The dissipation of heat is an important aspect of thermal regulation. Mechanisms of regulation involve radiation, conduction, convection and evaporation (3). Evaporation is one of the most effective methods for heat dissipation, as 1L of evaporated liquid is equal to 580 kcal of heat loss from the body (3). The purpose of sweating is to restore the body’s normal temperature and maintain the balance between heat input and dissipation (3). It is regulated in the autonomic nervous system via the sympathetic nervous system and its cooling function helps maintain a constant basal temperature. In patients affected with hyperhidrosis, sweating reaction is an abnormal response to heat, stress and exertion and it does not occur in proportion to maintain this homeostasis.
Understanding the sympathetic pathway of the autonomic nervous system is necessary to understand the fundamental relationship between normal thermoregulation and pathophysiology in hyperhidrosis. The efferent sympathetic pathway consists of 3 neurons. The first neuron has its cell body in the hypothalamic sympathetic center (1). Its axon moves downwards by dorsal longitudinal and spinal vestibular fascicles of the spinal cord, then synapsing with the second neuron (1). The second neuron is preganglionic, located in the dorsolateral region of the anterior column of the spinal cord gray matter (7). Pre-ganglionic fibers travel through the white rami communicants, along with the ventral roots of the spinal nerves and head to the paravertebral ganglia of the sympathetic trunk (4). The thoracic sympathetic trunk contains 12 ganglia, located in front of the heads of the ribs posteriorly and covered by a thin layer of parietal pleura (4). The third neuron (postganglionic) leaves the sympathetic chain by gray rami communicants, and joins the spinal nerve, then distributes peripherally to end organ effector cells, including sweat glands. The main neurotransmitter of the neuroglandular junction of postganglionic fibers is acetylcholine, binding to muscarinic receptors in eccrine sweat glands, while noradrenaline is the primary neurotransmitter released between postganglionic nerve terminals and end organ cells in the sympathetic nervous system (7).
Sympathetic cholinergic nerves activate both thermoregulatory and emotional sweating. Stimuli, such as hot environment, physical activity, stress and anxiety, activate the pre-optic area of the hypothalamus, which then releases acetylcholine in neuroglandular junction by sympathetic stimulation (1). This in turn increases the response in the sweat glands, generating a retrograde stimulus to the hypothalamus through the afferent pathways as a negative feedback (1). The balance between the afferent and efferent pathways maintains balance in the body for thermoregulation.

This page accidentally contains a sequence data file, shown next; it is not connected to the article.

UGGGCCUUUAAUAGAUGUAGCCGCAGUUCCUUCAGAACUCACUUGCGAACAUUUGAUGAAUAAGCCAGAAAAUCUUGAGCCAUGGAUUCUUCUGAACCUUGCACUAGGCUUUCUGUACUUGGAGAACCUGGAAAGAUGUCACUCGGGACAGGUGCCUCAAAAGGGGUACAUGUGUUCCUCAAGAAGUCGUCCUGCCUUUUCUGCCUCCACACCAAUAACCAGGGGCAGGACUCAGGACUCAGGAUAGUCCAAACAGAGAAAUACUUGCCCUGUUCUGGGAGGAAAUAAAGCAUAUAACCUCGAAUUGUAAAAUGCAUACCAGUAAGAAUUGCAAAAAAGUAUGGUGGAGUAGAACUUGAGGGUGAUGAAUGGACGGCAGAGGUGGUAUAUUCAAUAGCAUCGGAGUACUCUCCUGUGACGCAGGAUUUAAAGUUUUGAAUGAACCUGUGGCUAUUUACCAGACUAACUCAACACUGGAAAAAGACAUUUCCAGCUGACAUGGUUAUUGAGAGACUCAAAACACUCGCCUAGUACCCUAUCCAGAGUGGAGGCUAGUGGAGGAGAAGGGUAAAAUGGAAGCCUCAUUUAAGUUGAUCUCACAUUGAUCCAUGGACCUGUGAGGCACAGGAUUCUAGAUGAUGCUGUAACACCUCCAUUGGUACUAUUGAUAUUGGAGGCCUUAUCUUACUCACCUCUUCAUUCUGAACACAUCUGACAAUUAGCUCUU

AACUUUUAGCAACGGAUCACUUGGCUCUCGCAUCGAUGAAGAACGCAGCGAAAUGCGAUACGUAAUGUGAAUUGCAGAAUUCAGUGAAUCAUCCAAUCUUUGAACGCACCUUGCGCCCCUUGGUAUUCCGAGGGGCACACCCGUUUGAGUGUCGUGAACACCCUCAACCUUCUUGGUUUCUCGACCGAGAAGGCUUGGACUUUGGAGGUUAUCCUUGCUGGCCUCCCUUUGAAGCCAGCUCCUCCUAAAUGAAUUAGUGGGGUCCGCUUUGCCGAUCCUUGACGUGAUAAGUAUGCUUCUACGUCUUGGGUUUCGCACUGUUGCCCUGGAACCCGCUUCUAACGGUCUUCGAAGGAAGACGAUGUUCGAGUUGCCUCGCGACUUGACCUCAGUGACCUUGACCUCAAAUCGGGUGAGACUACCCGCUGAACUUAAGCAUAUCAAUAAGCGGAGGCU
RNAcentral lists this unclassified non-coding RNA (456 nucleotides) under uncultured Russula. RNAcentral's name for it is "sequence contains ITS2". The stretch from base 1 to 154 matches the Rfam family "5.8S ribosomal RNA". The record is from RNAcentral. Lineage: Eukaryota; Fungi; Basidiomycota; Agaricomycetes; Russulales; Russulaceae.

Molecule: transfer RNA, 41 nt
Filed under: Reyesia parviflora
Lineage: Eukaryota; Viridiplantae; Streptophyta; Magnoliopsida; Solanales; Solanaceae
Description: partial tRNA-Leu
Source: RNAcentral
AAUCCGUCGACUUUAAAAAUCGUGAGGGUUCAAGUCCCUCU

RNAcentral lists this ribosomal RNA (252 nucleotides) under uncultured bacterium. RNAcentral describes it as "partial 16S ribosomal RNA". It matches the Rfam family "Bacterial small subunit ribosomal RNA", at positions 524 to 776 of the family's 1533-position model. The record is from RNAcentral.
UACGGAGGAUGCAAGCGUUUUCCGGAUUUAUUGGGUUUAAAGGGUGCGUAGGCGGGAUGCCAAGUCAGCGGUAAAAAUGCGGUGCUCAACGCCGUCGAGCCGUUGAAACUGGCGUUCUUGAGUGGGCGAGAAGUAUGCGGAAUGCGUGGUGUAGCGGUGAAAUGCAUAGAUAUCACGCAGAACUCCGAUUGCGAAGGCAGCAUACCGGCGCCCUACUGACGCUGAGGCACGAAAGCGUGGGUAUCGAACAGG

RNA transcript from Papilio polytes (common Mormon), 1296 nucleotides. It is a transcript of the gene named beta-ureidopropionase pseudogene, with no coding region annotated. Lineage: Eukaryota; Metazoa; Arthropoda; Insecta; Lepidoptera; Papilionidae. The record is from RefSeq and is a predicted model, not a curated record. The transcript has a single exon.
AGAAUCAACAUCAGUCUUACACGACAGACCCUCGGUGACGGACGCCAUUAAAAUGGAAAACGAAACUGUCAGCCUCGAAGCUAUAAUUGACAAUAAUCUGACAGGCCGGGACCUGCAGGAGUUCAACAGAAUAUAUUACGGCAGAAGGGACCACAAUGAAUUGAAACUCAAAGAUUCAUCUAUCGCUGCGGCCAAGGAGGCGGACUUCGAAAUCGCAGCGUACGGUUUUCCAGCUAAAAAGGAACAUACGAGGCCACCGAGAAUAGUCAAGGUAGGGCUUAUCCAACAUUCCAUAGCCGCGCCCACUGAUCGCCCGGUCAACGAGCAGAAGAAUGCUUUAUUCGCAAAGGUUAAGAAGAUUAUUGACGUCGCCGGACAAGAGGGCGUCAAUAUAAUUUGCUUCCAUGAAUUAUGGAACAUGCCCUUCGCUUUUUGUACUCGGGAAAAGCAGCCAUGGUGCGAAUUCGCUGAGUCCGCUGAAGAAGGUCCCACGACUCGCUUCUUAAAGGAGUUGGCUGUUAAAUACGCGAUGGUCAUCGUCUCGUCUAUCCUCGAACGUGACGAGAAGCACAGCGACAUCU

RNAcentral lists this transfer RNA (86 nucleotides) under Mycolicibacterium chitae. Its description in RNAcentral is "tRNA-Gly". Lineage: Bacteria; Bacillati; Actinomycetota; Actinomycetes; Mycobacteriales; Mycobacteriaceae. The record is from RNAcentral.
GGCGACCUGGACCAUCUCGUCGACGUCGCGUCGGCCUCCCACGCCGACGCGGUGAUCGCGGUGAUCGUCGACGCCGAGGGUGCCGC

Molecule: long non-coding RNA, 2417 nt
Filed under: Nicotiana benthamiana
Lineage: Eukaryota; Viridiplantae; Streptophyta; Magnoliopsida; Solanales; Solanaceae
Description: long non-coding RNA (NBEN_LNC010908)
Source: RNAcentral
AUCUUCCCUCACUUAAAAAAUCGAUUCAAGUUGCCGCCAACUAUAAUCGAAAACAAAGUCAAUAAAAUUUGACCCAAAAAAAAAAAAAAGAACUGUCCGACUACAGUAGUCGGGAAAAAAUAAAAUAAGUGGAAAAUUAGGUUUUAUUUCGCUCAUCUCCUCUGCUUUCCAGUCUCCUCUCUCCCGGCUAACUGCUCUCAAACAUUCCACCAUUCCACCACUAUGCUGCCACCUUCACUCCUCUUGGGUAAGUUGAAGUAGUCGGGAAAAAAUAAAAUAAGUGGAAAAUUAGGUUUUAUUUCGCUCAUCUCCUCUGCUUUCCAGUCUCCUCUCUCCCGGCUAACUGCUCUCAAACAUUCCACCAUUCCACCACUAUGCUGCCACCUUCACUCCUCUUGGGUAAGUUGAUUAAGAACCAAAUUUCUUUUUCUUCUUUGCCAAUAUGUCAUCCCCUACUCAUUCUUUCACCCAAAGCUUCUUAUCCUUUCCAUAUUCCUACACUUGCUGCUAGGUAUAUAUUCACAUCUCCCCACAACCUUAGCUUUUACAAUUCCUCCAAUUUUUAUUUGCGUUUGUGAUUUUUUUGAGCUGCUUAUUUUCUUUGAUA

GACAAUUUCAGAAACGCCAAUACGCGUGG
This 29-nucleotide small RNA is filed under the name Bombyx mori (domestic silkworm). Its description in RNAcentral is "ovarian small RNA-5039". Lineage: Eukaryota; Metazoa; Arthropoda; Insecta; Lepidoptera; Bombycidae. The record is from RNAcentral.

Pathophysiology of hyperhidrosis
The exact pathophysiology of hyperhidrosis remains largely unclear. Most epidemiological studies have shown the existence of a familial trait for primary hyperhidrosis (8,9), as 44% to 66% of patients share a positive family history (10,11). Recent studies have also demonstrated evidence for genetic transmission. A study by Kaufman et al. previously showed evidence of genetic autosomal dominant inheritance for primary hyperhidrosis (12). Moreover, an analysis of the Japanese population presented genetic linkage to foci on chromosome 14q11/2-q13 while another study located foci on chromosome 2q31.1 for focal hyperhidrosis in the Chinese population (13,14). Many studies, however, suggest that this disease is a complex disorder of the autonomic nervous system involving sympathetic and parasympathetic pathways. The most probable explanation is neurogenic over-activity of the reflex circuits innervating the eccrine glands. Increased nervous impulses in the central nervous system can release excessive amounts of acetylcholine, which then increases sudoral response. There is a possibility that normal stimuli can produce an increased nervous tone of the sympathetic fibers that subsequently innervate the sweat glands, leading to exaggerated activity. Exact specifics and nature linking this neurogenic over-activity to primary hyperhidrosis are still unclear.